Encouraging news for woodworkers from Opening Day at the International Woodworking Fair in Atlanta: Many manufacturers of tools and woodworking accessories debut new products. In spite of the tough economy that’s dogged the last couple of years, I saw countless new products, an encouraging sign that not everyone hunkered down during the recession and cut spending to the bone. Here’s a few of the best and brightest:
• I told you two months ago about DeWalt’s new line of 12-volt lithium-ion cordless drills and drivers. They’ll be available this fall. But today DeWalt and Porter-Cable launched new “compact router kits” that are essentially trim routers with fixed and plunge bases. I got a behind-the-scenes look at these routers at DeWalt’s headquarters in June, but could not discuss them publicly due to confidentiality agreements. Well, now they’re public. The two kits are similar. Both include a 1-1/4 hp trim router motor, fixed base, and plunge base. But DeWalt’s motor has a variable-speed motor and LED lights around the collet; Porter-Cable’s motor is a single-speed motor and does not have the lights. The DeWalt kit will sell for $199 and the Porter-Cable for $189.
• I also got another look at Delta’s new 18-inch drill press. This machine, which will replace the 17-inch drill press in Delta’s line, has lots of great features, but the two most prominent are an unprecedented 6-inch quill stroke and a unique idler pulley that applies tension to the drive belts—no more adjusting the motor for belt tension. This drill press will sell for $$829.
• And the third product I saw in June behind closed doors was Porter-Cable’s new QuikJig pocket-hole joinery system. This heavy-duty jig lets you drill pocket holes in wood from ½” thick to 1-1/2” thick—all without ever changing the depth stop collar on the drill bit or the jig itself. Once you set the bit’s depth, it never changes. This is because the jig adjusts automatically to the thickness of your board and sets the drilling position and depth. This sturdy aluminum and plastic jig will sell for $230 and be available in September.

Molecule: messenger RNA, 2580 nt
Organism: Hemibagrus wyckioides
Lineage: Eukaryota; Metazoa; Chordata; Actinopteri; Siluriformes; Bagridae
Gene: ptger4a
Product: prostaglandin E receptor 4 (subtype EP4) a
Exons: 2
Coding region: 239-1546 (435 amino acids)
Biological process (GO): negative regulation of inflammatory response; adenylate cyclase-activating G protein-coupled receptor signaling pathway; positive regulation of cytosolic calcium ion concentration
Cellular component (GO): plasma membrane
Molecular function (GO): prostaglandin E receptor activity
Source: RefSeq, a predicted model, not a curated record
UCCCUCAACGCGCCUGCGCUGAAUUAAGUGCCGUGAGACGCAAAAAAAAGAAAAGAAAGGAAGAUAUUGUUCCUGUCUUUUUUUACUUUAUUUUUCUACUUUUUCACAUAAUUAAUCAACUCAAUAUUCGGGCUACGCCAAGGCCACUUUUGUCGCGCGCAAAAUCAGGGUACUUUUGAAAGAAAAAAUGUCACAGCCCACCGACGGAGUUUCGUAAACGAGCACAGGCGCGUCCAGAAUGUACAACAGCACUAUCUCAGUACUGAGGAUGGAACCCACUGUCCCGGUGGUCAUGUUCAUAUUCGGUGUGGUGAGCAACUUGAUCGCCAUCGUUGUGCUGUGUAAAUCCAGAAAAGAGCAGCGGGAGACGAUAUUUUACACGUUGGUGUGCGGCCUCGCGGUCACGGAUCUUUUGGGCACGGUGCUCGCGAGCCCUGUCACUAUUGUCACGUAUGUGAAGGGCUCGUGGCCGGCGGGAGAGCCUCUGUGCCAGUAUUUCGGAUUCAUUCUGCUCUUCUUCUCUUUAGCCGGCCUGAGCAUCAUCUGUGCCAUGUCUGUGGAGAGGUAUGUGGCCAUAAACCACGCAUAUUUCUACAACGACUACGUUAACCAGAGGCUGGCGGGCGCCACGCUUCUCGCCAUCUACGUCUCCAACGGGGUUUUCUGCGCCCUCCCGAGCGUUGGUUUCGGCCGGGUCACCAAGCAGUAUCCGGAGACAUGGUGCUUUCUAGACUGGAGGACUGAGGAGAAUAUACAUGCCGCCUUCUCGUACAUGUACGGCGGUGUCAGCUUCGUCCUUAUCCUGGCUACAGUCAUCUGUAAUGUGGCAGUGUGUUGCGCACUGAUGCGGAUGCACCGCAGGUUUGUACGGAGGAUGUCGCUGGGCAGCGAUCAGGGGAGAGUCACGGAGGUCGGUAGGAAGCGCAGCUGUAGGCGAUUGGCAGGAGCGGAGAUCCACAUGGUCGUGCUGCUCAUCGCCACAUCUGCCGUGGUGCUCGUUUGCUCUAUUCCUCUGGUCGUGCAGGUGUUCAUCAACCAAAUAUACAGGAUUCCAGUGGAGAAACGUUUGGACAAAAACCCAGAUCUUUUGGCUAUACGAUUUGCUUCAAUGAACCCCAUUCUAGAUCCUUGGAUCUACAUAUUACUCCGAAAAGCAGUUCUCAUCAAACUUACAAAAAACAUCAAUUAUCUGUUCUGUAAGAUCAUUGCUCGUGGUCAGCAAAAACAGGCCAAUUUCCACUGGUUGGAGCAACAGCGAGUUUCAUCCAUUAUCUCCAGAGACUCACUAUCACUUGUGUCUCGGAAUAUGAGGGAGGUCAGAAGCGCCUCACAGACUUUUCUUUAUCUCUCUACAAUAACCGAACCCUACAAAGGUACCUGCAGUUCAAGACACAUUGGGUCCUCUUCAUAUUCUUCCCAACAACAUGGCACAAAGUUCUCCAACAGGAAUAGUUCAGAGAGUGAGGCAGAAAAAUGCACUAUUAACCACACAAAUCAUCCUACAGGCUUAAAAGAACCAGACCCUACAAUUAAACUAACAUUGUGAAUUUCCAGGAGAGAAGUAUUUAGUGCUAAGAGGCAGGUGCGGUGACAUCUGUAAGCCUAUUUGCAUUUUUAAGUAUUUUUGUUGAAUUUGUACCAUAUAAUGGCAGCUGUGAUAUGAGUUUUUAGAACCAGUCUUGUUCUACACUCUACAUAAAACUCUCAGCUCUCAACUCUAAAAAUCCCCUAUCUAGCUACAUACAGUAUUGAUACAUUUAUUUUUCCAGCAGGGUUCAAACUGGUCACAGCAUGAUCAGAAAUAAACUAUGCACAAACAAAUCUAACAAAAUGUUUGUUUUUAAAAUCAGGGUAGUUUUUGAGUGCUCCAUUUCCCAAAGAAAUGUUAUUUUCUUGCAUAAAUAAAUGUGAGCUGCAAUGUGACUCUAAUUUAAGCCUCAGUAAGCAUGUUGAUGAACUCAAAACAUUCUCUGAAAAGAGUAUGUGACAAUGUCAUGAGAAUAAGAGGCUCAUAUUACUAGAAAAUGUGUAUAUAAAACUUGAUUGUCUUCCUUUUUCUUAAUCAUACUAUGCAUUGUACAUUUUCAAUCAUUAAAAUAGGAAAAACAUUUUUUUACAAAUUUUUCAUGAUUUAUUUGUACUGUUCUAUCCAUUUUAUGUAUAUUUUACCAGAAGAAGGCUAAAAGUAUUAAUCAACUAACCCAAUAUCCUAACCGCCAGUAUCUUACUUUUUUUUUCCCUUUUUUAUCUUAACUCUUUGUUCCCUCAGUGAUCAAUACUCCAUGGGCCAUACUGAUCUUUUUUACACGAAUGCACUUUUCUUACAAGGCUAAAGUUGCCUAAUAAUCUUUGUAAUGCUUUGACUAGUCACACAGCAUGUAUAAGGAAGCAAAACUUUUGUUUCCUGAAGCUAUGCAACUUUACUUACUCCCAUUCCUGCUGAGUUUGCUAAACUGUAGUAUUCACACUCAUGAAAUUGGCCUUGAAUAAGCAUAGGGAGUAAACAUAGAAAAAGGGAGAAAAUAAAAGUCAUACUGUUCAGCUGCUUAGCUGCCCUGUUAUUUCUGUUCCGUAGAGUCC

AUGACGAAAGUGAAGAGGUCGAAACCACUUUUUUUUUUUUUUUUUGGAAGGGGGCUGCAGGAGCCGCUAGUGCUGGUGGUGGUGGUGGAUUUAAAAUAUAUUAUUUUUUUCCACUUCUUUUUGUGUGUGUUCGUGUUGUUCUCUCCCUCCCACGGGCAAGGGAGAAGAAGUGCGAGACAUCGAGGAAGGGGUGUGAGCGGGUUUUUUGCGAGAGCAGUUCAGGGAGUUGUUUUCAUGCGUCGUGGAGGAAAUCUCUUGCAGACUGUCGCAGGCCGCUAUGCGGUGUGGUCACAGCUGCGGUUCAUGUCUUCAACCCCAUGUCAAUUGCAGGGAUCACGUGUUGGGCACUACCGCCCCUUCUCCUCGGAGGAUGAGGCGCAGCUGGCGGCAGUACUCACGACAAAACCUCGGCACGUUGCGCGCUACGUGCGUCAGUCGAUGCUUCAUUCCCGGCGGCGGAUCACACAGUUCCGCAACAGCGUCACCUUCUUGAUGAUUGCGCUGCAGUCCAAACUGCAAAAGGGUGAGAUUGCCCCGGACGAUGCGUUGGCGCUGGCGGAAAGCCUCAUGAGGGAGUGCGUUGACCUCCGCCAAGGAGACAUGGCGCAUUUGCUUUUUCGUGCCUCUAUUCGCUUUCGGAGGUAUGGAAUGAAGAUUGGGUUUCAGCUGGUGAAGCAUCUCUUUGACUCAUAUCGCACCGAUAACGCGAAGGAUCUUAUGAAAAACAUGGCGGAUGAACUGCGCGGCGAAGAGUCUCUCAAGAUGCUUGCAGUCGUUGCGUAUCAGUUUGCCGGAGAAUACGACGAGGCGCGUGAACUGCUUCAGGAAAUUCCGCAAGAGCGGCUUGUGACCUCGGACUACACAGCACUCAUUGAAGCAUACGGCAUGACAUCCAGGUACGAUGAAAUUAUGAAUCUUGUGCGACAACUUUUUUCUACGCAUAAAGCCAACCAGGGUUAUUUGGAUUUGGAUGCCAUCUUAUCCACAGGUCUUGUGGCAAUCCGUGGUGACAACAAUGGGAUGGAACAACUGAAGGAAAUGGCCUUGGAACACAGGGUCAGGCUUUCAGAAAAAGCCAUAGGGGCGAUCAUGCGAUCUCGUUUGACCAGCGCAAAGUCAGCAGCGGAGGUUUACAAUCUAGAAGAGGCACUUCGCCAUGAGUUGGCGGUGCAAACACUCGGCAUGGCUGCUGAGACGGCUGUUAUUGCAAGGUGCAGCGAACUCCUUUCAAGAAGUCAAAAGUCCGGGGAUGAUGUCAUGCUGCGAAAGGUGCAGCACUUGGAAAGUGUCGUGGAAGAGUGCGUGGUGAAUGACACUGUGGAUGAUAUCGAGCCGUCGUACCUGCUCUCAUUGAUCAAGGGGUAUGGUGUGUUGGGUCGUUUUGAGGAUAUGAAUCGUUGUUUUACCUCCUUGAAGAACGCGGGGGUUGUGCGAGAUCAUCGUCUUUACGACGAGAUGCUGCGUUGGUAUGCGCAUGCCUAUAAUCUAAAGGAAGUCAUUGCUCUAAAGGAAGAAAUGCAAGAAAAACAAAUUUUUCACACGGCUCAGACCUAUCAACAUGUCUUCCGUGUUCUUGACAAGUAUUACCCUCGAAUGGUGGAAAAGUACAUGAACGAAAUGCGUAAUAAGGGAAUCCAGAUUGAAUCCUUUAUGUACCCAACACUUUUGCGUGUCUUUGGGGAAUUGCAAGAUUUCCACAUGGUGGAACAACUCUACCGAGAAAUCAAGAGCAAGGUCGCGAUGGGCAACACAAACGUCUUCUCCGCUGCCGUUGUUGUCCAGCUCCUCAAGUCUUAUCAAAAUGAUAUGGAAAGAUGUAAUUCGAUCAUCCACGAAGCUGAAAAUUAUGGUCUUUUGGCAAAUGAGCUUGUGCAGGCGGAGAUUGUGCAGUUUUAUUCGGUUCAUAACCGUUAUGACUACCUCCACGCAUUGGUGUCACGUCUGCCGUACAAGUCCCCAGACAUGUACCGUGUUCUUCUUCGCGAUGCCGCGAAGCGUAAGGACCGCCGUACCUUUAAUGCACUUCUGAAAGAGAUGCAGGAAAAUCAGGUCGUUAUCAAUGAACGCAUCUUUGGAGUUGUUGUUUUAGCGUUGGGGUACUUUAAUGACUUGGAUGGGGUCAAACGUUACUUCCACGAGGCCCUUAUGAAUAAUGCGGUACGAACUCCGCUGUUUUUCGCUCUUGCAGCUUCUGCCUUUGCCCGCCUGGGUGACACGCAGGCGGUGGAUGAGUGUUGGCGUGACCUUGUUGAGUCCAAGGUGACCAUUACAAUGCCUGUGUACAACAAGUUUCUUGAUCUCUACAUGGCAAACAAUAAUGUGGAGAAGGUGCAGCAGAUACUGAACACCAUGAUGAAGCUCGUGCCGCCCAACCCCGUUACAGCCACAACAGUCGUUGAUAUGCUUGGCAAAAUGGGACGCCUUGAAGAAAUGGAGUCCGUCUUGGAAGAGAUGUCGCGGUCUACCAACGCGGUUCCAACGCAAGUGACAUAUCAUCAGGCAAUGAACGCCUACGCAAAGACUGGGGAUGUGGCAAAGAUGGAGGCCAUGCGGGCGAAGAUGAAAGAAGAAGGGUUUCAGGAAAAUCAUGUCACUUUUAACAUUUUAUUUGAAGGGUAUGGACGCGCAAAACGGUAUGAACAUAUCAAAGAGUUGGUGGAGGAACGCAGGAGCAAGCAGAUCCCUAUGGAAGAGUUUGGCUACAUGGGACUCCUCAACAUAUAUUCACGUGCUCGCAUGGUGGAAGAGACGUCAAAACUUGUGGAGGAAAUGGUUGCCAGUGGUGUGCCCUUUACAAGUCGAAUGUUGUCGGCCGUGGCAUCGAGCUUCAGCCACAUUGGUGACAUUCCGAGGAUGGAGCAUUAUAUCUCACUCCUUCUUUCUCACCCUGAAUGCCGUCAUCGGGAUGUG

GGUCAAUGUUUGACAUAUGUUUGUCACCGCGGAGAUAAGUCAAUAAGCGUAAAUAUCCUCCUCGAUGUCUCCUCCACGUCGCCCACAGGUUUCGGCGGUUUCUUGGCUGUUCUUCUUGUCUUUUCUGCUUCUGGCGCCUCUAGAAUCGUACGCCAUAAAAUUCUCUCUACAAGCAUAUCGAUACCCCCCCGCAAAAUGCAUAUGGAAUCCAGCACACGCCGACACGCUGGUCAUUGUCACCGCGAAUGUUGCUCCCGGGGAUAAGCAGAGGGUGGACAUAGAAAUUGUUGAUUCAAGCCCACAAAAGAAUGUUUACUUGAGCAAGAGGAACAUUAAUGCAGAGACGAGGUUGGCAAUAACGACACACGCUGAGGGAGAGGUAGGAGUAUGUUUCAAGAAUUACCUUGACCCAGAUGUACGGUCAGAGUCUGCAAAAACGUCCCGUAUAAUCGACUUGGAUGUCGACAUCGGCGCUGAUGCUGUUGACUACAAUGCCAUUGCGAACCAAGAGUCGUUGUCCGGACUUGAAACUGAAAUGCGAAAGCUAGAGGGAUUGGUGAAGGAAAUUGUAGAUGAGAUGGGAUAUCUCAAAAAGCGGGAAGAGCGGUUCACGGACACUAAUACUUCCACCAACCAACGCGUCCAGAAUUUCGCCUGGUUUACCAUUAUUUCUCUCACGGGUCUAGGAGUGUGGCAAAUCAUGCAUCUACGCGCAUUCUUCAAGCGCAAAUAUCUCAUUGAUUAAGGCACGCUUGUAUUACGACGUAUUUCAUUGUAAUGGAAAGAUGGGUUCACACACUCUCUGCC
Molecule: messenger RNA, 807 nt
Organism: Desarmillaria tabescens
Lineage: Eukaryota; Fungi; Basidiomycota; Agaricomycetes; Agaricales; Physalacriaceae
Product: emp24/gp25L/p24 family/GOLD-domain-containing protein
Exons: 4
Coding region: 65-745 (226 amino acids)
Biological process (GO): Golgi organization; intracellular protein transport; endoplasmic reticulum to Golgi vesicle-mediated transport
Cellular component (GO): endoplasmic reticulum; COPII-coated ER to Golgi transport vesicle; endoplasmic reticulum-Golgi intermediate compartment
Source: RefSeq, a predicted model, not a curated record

• Lee Valley and Veritas showed off a great new bench sliding tail vise. This vise is unique in that it mounts to almost any existing workbench with a solid steel plate, and then you add a custom-made jaw to the perpendicular plate. For opposition, you simply attach a section to the edge of your bench. You can mount this vise in either a left- or right-handed position. It sells for $269.
• Woodpeckers launched a new shelf-pin drilling template that sells for $50. This 3/8-inch-thick phenolic template has 21 holes in a row on 1-inch centers and 15 holes on 32-mm centers. It comes with ¼-inch and 5-mm indexing pins, but not bit. However, any self-centering bit that fits the holes will work. Or you can buy an optional drilling guide for use with regular ¼-inch and 5-mm twist or brad point bits.
• Freud debuted its new thin-kerf version of its award-winning Premier-Fusion 40-tooth general-purpose tablesaw blade. This new blade has the same tooth grind and plate coating, but with nearly half the thickness of the original blade. Freud also launched new blades made specifically to fit the Festool plunge-cut rail-guided saws, which require metric dimensions.
• SawStop added another tablesaw to its lineup with the debut of the 1-3/4 hp Professional Cabinet Saw. Essentially a hybrid saw, this model has a closed cabinet, bottom-hung 110-volt motor, T-square rip fence, riving knife, and SawStop’s blade-brake safety. This saw will sell for $2,299 with a 30-inch rip capacity.
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